Using the same concept as to distinguish whether the t-butyl carbocation is more stable than the benzyl carbocation, I calculated the isodesmic reactions of the form in $\eqref{isodesmic}$ at the DF-B97D3/def2-TZVPP level of theory. $$\ce{ R* + CH4 -> RH + *CH3 }\tag{1}\label{isodesmic}$$

I estimated the thermal correction at the standard conditions of $T=\pu{298.15 K}$ and $p=\pu{1 atm}$.

The results are within error compensation rate for the allyl and benzyl radicals. The level of theory might simply not be enough. If it is hard to distinguish the two with (more or less) elaborate calculations, then it clearly shows that this is a rather unfair question.

\begin{array}{llr} \ce{R*} & \ce{RH} & \Delta G / \pu{kJ mol-1}\\\hline \ce{*CH3} & \ce{CH4} & 0.0 \\ \ce{*CH2-CH3} & \ce{H3C-CH3} & -26.8 \\ \ce{*CH2-CH=CH2} & \ce{H3C-CH=CH2} & -75.7 \\ \ce{*CH2-C6H5} & \ce{H3C-C6H5} & -68.1 \\ \ce{*C(CH3)3} & \ce{HC(CH3)3} & -51.9 \\\hline \end{array}

Here are the resulting optimised geometries (click to enhance).

methyl methane
ethyl ethane
allyl propene
benzyl toluene
t-butyl isobutane

(I won't attach geometries or absolute energies this time, because that would exceed the character limit.)

  • $\begingroup$ Does "level of theory" mean the accuracy of the theory? Like higher level theory meaning more accurate calculations? $\endgroup$ Commented Feb 13, 2018 at 12:01
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    $\begingroup$ @ApoorvPotnis Not necessarily. It is more difficult, see here, in principle it means higher level more computational effort. Ideally this would mean less errors, but that's not always the case, since different approximations have different sources of errors. There are examples where a seemingly high level of theory fails completely: Transition metal chemistry is a graveyard for MP2 :D $\endgroup$ Commented Feb 13, 2018 at 12:12
  • $\begingroup$ @Martin-マーチン Please confirm that I have concluded the right order after reading your answer ( the first being most stable) : Benzo, Benzal, Allyl, Benzyl, t-Butyl. Please confirm. $\endgroup$ Commented Jul 4, 2022 at 13:06
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    $\begingroup$ @Shiva I cannot confirm or debunk, as the answer already clearly states, this is not possible. $\endgroup$ Commented Jul 5, 2022 at 20:09
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    $\begingroup$ @Shiva this answer already clearly states that with the data provided here this is not possible. I am also not intending to revisit this in a comment to this answer. $\endgroup$ Commented Jul 7, 2022 at 18:15

Indeed, this is a perplexing question. Stability compared to what? Are we considering their ease of formation from neutral molecule, i.e. the bond dissociation energy (BDE, or $DH^\circ$) of a carbon–hydrogen bond of propene, toluene and isobutane? [Ethane will be ignored.] Or are we comparing the three radicals from the same starting point, their constituent elements in the standard state, in which case we need to consider their heats of formation?

For the homolytic dissociation of a molecule $\ce{R–H}$ to two radicals $\ce{R^. + H^.}$, the sum of the heat of formation $\Delta_\mathrm f H^\circ$ of $\ce{RH}$ and the $\ce{R-H}$ bond dissociation energy (BDE) equals the sum of the heats of formation of the two radicals $\ce{R^.}$ and $\ce{H^.}$. This follows from Hess's law:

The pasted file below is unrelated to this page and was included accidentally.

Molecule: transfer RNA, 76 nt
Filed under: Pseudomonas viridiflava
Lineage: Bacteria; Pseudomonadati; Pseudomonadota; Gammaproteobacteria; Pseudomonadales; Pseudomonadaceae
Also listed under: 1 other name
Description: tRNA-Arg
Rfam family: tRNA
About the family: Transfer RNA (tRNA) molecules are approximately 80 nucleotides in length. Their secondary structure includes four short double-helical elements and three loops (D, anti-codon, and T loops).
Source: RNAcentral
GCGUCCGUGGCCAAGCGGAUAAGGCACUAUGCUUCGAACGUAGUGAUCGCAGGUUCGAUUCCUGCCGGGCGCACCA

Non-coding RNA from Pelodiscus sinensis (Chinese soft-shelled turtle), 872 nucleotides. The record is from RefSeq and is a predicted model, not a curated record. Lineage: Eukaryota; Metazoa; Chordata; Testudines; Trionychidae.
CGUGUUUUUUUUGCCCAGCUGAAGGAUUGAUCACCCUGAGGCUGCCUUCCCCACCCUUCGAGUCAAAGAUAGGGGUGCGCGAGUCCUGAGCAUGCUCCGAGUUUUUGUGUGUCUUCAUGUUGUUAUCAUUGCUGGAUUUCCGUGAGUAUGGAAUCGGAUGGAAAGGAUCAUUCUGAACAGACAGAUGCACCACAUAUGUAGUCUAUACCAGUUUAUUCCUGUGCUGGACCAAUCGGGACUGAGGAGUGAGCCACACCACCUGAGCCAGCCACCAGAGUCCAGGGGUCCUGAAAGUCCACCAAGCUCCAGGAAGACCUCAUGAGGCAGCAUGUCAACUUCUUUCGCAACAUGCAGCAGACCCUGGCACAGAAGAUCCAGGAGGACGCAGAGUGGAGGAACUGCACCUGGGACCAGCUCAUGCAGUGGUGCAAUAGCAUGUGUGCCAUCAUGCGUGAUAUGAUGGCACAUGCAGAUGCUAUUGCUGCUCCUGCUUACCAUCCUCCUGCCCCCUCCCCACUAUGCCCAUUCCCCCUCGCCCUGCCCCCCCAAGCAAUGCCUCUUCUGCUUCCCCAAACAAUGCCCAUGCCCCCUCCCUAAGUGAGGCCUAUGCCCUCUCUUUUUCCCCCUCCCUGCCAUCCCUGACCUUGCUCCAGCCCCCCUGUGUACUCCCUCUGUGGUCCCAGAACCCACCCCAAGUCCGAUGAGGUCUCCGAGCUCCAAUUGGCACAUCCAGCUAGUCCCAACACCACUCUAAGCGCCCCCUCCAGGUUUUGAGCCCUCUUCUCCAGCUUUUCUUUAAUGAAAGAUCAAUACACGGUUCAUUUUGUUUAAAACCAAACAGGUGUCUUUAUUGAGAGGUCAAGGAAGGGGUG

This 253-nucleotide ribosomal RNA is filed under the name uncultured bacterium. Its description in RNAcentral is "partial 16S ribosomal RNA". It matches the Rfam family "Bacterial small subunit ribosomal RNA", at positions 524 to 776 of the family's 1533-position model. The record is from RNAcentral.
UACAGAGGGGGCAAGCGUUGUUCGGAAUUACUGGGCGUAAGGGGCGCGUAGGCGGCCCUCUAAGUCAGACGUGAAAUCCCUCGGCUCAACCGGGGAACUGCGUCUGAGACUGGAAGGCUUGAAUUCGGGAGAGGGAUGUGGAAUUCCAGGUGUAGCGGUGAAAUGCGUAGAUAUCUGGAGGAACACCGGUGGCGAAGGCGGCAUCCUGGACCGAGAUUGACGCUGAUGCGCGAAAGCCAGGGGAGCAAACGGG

Reaction scheme

Gas-phase heats of formation are available from the NIST website, and the BDEs are available here. Comparison of $\ce{C-H}$ BDE's (in $\pu{kcal/mol}$) gives the order of stability as allyl ($+88.8$) < benzyl ($+89.7$) < t-butyl ($+96.5$).

If on the other hand the heat of formation of the three radicals is computed relative to the standard state, then the order is t-butyl ($+12.4$) < allyl ($+41.6$) < benzyl ($+49.7$). [The value of $\pu{+52 kcal/mol}$ for $\Delta_\mathrm f H^\circ(\ce{H^. (g)})$ is half the BDE of the hydrogen molecule.]

Energy diagrams for radical formation

$$\begin{align} & & \Delta_\mathrm f H^\circ (\ce{R^.}) &= \Delta_\mathrm f H^\circ (\ce{RH}) + \text{BDE}(\ce{R-H}) - \Delta_\mathrm f H^\circ (\ce{H^.}) \\ \ce{R} &= \text{allyl:} & \Delta_\mathrm f H^\circ (\ce{R^.}) &= \pu{4.8 kcal/mol} + \pu{88.8 kcal/mol} - \pu{52 kcal/mol} \\ & & &= \color{red}{\pu{+41.6 kcal/mol}} \\ \ce{R} &= \text{benzyl:} & \Delta_\mathrm f H^\circ (\ce{R^.}) &= \pu{12 kcal/mol} + \pu{89.7 kcal/mol} - \pu{52 kcal/mol} \\ & & &= \color{red}{\pu{+49.7 kcal/mol}} \\ \ce{R} &= \textit{t}\text{-butyl:} & \Delta_\mathrm f H^\circ (\ce{R^.}) &= \pu{-32.1 kcal/mol} + \pu{96.5 kcal/mol} - \pu{52 kcal/mol} \\ & & &= \color{red}{\pu{+12.4 kcal/mol}} \\ \end{align}$$

  • $\begingroup$ Stability, as defined by IUPAC Gold Book (goldbook.iupac.org/terms/view/S05900), should be measured in terms of the Gibbs free energies and not the enthalpy changes. The method which Martin used above is in agreement with the IUPAC definition while yours seems to be inconsistent. I am not trying to say that their method is flawed or incorrect. But perhaps, you may wish to explain how using absolute, quantitative measures of the heats of formation would serve as an acceptable and reasonable gauge of chemical stability? $\endgroup$ Commented Oct 25, 2019 at 15:55

The answer is benzylic radical.

  • It is the most stable because it resonates more compared to allylic and alkyl radicals.
  • Regardless of its radical class, be it primary, secondary or tertiary, benzenlic radicals will always be more stable than any other types of radical.
  • $\begingroup$ After all the evidence, which has already been presented here, this just restates a seemingly simple solution, which is likely to be wrong. And the choice of words is worse; it resonates more paints an absolutely wrong picture. The second point has been disproved on this very page. Apart from this, please support your claims with actual facts and evidence. $\endgroup$ Commented Feb 13, 2018 at 12:17